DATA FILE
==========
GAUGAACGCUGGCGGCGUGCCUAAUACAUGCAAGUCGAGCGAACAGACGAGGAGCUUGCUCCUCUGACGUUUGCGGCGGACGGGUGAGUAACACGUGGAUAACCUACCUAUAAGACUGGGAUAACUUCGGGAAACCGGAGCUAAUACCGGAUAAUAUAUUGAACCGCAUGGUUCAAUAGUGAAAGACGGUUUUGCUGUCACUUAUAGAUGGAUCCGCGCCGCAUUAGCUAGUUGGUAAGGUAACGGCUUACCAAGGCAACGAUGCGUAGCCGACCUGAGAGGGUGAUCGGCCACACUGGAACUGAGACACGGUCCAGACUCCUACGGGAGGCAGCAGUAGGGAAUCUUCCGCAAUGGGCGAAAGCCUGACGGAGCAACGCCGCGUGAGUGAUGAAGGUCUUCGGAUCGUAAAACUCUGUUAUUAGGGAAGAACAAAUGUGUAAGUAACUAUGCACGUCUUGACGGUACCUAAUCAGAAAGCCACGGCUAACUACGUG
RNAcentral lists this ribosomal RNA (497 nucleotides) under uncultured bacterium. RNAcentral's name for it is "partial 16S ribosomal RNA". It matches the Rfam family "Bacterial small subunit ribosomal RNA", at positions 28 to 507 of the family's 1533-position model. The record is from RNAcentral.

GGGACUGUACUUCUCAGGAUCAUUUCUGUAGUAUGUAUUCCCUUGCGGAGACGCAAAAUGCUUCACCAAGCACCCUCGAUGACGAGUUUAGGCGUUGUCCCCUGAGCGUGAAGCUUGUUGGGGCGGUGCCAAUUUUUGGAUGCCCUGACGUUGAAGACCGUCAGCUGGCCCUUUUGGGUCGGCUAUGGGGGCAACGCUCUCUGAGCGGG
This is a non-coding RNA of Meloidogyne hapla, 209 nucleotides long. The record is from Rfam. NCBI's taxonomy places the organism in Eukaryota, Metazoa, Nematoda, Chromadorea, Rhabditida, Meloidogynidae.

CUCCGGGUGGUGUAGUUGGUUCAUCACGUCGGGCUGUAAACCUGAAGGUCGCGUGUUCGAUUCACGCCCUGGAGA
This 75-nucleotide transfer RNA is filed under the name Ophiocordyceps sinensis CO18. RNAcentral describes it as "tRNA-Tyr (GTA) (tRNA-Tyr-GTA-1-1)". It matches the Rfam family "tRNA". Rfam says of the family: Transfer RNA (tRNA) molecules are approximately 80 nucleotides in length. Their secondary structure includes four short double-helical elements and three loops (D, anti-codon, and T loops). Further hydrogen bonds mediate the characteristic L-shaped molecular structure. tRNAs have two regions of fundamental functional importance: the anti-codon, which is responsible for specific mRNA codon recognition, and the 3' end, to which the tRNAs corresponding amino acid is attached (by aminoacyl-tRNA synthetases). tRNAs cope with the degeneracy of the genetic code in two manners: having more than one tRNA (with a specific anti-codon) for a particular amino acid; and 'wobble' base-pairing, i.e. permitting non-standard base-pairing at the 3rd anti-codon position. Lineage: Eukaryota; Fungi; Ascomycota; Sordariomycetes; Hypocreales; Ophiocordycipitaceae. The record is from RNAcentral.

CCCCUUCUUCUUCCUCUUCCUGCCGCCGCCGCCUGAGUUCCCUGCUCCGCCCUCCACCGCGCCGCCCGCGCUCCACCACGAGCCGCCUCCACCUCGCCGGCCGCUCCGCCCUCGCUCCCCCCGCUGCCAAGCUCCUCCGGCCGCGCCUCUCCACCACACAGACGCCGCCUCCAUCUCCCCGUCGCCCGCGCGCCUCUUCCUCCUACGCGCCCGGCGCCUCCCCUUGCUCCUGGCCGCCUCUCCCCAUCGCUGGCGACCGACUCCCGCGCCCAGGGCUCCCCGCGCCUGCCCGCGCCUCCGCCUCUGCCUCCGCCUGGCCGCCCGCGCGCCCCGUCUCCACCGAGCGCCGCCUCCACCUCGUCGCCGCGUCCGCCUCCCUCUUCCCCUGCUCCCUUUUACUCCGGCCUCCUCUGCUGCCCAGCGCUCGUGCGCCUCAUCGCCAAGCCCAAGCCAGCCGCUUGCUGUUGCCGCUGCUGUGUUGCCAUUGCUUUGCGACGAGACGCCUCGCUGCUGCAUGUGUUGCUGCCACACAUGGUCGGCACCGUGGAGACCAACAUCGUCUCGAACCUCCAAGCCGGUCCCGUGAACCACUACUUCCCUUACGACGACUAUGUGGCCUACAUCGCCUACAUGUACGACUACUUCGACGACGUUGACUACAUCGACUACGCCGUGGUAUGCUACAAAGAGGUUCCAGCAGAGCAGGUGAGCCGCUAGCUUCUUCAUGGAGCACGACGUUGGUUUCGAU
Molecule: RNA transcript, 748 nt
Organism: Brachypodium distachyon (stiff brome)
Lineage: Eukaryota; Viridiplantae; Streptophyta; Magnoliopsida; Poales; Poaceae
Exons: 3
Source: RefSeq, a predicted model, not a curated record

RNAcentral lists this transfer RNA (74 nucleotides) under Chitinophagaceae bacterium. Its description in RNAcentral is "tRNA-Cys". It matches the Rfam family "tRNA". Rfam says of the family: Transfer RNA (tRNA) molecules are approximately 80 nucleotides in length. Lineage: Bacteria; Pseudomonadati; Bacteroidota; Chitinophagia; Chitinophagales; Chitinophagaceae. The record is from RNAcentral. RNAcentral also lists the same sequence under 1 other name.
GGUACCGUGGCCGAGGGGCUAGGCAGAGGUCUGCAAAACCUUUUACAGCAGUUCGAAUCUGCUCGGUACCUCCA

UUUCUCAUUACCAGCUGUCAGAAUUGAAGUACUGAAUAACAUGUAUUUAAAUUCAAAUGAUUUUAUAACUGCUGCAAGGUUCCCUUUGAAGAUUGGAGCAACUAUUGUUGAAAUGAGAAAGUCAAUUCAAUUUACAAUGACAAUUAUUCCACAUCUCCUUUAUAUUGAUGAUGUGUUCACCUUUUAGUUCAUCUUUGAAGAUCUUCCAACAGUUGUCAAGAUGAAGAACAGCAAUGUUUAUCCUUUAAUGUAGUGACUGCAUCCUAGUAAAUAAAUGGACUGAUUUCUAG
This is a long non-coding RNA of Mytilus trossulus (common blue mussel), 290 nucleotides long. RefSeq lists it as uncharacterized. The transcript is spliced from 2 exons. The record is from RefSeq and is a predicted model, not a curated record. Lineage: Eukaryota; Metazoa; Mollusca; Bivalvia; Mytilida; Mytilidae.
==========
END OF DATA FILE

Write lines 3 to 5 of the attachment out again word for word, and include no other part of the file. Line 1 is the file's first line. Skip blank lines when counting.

GGGACUGUACUUCUCAGGAUCAUUUCUGUAGUAUGUAUUCCCUUGCGGAGACGCAAAAUGCUUCACCAAGCACCCUCGAUGACGAGUUUAGGCGUUGUCCCCUGAGCGUGAAGCUUGUUGGGGCGGUGCCAAUUUUUGGAUGCCCUGACGUUGAAGACCGUCAGCUGGCCCUUUUGGGUCGGCUAUGGGGGCAACGCUCUCUGAGCGGG
This is a non-coding RNA of Meloidogyne hapla, 209 nucleotides long. The record is from Rfam. NCBI's taxonomy places the organism in Eukaryota, Metazoa, Nematoda, Chromadorea, Rhabditida, Meloidogynidae.

CUCCGGGUGGUGUAGUUGGUUCAUCACGUCGGGCUGUAAACCUGAAGGUCGCGUGUUCGAUUCACGCCCUGGAGA